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:: How to recognise Neurocanthocytosis

The first signs of the diseases in the neuroacanthocytosis (NA) group are subtle and easily overlooked. Initial symptoms, which often occur in the person’s mid 20’s, may include grunts or tic noises made unconsciously in the throat, progressing to drooling and problems in controlling the tongue from ejecting food. Involuntary biting of the tongue, lips and/or cheeks may follow.

At the beginning there can be a general, slight physical awkwardness. Things on a shelf are knocked off for no apparent reason. Difficulty with walking and balance can also be early symptoms. Problems controlling trunk, leg and arm movements are often barely noticeable at the beginning, but become increasingly difficult as the disease progresses. Several patients find it difficult to sleep at night and others report fatigue and weakness.

Personality change may also be an early indication. The carefree young adult becomes obsessive-compulsive and uncharacteristically forgetful or just loses confidence or drive. Fainting or epileptic seizures may also occur. Mood changes may happen and a person often becomes isolated, in part out of embarrassment.

There are several reports of the problems beginning after a traumatic event including physical attack, unexpected failure of an exam and birth of a child.


A defining symptom that is not apparent is the spiky red blood cells, or acanthocytes, from which the NA disease group takes its name. These unusual blood cells can be observed with a microscope in some circumstances. Still more difficult to observe are the alterations or mutations in patients’ genes. Each of the NA group diseases has a different genetic characteristic that can be determined only by blood tests.

A person showing some of this pattern of symptoms should see a neurologist. Clinicians and patients can also visit for links to further scientific reports. Full details are also available on the free blood testing service offered by the Advocacy for Neuroacanthocytosis Patients, aimed at helping determine a definitive diagnosis for NA.

:: Useful NA Resources

  • Neuroacanthocytosis Syndromes II, published December 2007, the book provides a profound insight into recent developments within the field of neuroacanthocytosis syndromes. Edited by Ruth H. Walker, Shinji Saiki and Adrian Danek. Available at
  • A Western blot test for the presence of chorein in the membranes of red blood cells can be offered free of charge due to support of the Advocacy for Neuroacanthocytosis Patients'. Download instructions on the blood sampling and specimen shipment as a PDF or get more information on the method at PubMed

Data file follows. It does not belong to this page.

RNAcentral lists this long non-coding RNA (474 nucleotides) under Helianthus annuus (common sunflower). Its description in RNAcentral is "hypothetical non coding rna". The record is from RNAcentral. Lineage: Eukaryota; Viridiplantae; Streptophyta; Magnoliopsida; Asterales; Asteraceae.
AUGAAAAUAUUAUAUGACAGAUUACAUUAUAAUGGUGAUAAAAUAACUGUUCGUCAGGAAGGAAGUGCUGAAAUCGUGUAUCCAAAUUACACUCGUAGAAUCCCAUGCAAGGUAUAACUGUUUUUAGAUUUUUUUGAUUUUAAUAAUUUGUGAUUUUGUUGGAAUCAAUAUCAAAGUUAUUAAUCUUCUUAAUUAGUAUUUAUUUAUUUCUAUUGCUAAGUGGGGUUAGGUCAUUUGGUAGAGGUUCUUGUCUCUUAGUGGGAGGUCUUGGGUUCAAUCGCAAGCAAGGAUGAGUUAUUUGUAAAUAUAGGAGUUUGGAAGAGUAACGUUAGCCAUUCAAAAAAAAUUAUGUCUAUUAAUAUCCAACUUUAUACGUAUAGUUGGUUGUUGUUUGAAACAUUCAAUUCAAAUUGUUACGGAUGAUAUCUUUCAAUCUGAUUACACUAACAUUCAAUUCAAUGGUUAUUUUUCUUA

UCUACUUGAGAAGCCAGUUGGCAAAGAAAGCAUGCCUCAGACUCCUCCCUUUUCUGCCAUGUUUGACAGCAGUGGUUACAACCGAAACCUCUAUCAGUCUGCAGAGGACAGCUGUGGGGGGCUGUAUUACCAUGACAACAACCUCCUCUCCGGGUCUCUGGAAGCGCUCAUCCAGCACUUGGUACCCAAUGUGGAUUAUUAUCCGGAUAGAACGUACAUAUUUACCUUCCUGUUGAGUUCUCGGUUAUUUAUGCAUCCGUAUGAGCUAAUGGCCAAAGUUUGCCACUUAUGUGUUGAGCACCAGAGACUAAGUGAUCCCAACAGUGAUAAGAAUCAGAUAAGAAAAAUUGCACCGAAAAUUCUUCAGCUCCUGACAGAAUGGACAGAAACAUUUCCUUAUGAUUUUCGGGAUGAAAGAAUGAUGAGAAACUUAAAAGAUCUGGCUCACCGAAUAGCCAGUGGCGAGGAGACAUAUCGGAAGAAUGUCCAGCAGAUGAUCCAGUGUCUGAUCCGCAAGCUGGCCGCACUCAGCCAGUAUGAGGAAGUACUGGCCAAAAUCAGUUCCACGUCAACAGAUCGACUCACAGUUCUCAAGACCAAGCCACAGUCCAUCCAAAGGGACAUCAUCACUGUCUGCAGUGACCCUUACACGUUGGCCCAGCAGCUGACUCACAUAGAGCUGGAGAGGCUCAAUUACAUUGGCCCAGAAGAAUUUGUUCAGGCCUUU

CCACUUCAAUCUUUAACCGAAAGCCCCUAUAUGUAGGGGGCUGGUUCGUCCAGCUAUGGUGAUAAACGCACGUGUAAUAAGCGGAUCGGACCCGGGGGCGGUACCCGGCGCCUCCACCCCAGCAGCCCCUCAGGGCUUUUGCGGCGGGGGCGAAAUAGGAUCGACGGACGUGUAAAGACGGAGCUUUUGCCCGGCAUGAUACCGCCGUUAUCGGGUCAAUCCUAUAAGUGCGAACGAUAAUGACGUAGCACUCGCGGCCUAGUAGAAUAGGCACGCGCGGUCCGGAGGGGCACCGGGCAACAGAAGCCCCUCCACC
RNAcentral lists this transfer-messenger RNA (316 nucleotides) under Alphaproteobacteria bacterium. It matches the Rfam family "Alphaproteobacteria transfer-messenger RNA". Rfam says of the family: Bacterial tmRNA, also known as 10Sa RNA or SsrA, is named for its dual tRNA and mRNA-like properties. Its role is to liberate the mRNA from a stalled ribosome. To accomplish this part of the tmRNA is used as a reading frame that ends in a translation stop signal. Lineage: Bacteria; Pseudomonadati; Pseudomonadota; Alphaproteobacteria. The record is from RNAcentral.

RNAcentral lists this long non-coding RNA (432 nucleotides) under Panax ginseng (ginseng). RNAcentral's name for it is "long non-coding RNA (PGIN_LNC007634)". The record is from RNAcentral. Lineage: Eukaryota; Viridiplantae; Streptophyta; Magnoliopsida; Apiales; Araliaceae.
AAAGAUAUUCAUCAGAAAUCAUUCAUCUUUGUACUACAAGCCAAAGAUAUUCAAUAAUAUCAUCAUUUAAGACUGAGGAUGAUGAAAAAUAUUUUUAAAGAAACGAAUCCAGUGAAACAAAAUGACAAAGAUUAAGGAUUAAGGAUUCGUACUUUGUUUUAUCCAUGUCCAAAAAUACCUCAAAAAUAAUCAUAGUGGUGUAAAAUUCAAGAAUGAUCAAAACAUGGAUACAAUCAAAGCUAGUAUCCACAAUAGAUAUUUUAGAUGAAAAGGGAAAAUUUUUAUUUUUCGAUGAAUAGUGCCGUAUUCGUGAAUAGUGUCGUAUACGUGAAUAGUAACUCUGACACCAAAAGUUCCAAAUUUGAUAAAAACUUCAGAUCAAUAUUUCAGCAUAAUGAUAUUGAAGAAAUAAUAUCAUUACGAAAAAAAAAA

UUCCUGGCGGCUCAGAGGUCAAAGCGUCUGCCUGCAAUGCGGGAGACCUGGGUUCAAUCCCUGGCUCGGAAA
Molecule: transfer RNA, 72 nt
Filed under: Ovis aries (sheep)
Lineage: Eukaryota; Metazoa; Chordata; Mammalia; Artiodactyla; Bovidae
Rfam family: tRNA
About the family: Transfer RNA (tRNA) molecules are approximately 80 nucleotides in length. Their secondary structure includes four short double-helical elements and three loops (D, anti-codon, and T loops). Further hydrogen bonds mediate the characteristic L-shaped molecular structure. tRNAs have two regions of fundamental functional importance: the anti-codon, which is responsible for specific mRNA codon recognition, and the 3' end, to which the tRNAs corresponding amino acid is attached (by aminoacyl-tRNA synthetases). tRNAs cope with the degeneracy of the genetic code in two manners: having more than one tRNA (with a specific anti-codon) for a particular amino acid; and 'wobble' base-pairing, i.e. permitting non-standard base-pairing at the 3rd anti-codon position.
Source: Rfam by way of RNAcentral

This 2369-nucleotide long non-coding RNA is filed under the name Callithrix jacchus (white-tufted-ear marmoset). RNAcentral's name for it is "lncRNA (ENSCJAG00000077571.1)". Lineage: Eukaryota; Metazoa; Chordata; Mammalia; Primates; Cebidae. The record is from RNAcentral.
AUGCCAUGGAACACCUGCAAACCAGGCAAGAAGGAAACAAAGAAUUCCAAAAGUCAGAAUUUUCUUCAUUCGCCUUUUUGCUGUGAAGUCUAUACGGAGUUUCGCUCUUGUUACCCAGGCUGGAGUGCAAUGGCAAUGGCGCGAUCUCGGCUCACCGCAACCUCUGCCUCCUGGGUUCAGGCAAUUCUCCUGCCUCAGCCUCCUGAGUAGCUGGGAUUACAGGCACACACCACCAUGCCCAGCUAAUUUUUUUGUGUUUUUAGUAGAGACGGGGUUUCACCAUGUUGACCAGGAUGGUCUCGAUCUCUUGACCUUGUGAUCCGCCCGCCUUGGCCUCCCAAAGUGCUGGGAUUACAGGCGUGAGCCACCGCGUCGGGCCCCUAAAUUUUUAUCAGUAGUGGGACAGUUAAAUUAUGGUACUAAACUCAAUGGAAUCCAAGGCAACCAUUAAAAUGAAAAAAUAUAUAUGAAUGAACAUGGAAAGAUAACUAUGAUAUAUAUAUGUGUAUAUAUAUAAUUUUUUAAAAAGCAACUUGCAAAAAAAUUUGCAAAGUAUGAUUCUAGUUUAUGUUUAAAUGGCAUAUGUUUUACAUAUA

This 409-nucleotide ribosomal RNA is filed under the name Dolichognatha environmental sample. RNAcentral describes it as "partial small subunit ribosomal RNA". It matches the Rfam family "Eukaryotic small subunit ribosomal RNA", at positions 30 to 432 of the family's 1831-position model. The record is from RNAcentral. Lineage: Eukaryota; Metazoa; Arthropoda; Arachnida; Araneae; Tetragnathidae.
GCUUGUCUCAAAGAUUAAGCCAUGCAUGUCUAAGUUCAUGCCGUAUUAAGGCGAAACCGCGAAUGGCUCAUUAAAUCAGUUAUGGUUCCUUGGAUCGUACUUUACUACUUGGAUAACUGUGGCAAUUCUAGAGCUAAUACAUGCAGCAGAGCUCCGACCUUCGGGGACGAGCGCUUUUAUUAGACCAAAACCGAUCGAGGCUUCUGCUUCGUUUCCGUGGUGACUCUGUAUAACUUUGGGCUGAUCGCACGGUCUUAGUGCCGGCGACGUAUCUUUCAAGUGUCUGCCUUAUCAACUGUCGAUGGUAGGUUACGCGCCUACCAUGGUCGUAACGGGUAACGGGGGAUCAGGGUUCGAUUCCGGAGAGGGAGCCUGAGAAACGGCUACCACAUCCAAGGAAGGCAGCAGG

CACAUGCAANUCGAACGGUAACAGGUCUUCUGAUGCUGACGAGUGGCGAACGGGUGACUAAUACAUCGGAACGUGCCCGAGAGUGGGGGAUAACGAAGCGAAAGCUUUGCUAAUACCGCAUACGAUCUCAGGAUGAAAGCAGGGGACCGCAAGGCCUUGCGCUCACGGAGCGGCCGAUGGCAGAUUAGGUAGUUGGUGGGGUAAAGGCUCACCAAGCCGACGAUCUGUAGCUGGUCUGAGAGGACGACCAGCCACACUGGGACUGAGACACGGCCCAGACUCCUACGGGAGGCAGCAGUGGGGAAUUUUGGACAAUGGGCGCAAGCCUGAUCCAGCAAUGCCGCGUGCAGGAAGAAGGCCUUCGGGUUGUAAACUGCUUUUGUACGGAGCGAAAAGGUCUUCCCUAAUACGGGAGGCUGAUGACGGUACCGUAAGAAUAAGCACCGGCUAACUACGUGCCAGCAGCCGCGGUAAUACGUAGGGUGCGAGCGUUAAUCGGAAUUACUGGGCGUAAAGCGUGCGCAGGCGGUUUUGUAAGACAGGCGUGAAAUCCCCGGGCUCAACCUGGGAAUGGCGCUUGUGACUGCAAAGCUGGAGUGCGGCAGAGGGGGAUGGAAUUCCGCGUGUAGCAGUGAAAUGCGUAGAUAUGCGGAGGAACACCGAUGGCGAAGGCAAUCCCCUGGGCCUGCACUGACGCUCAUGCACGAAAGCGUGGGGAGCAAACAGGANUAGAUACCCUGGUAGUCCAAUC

• The entry for chorea acanthocytosis in GeneReviews is the most complete, readily available report on ChAc. Published by the University of Washington with the support of the National Institutes of Health
  • A dedicated Patient & Families Support Group at Yahoo Groups offers patients and families information, advice, support or just an understanding ear
  • Visit PubMed for access to NA research in English from the Medline database.
  • Search Google for the latest on NA
  • Visit the NA page on WeMove, the Movement Disorder Societies charitable and educational associate

:: is the website of the The Institute for Neuroacanthocytosis. It is the Advocacy's international centre for supporting patients and promoting clinical and basic research. The website provides access to resources found on the website.

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IN MEMORIAM: Pamela Korb

Pamela Korb
Pamela Korb
We are very sad to report the death of NA patient Pamela Korb. Pamela lived with her parents, Heidi and Willi in Erfurt, a city that was reunited with western Germany in 1989. She was an active and enthusiastic person who played field hockey and loved to swim, shop, go for walks, ride her bicycle (later a Rollator-walking frame) and to talk with her many friends. She enjoyed her meals, especially when they ended with a sweet dessert.
In 2006 her developing movement problems led her to visit Munich where she was diagnosed with chorea-acanthocytosis by Adrian Danek MD and later was treated closer to home by Andreas Herrmann MD in Dresden. We first heard from Pamela in 2006 and were happy to introduce her to Louise Dreher, who had been a university friend of NA patient, Peter Ball from Stockton-on-Tees, who lives near Frankfurt. Pamela and Louise developed a good friendship, which extended to their families. Louise said “We will miss her very much. She was vivacious and warmhearted, an intelligent lady of many talents and much courage. Furthermore, she was great at giving constructive feedback to the NA community, so the Advocacy loses a communicative patient too. “
In the last year Pamela slowly lost much of her speech, but she became more friendly with her “speaking computer” and she used email successfully. Pamela had high hopes and enjoyed time with her hockey club friends. The family arranged a holiday near Kiel in a hotel suited for NA patients in July. Alas, Pamela died in her sleep on Pentecost.
Pamela wrote her own tribute in June 2011, “I feel well, our garden makes me happy when I sit there working on my laptop. I often relax listening to music. What is more, I have wonderful breakfasts.” From Pamela came the NA patients’ motto, “I have the disease, but it doesn’t have me.”
To her parents who struggled to provide adequate support from her health insurance provider and to her friends we send the condolences of our whole community.
We are very grateful that in spite of the tragic shock of her unexpected death Pamela’s parents offered to support research by donating post mortem tissue.  Sadly, it was not possible to arrange it at short notice on this occasion.

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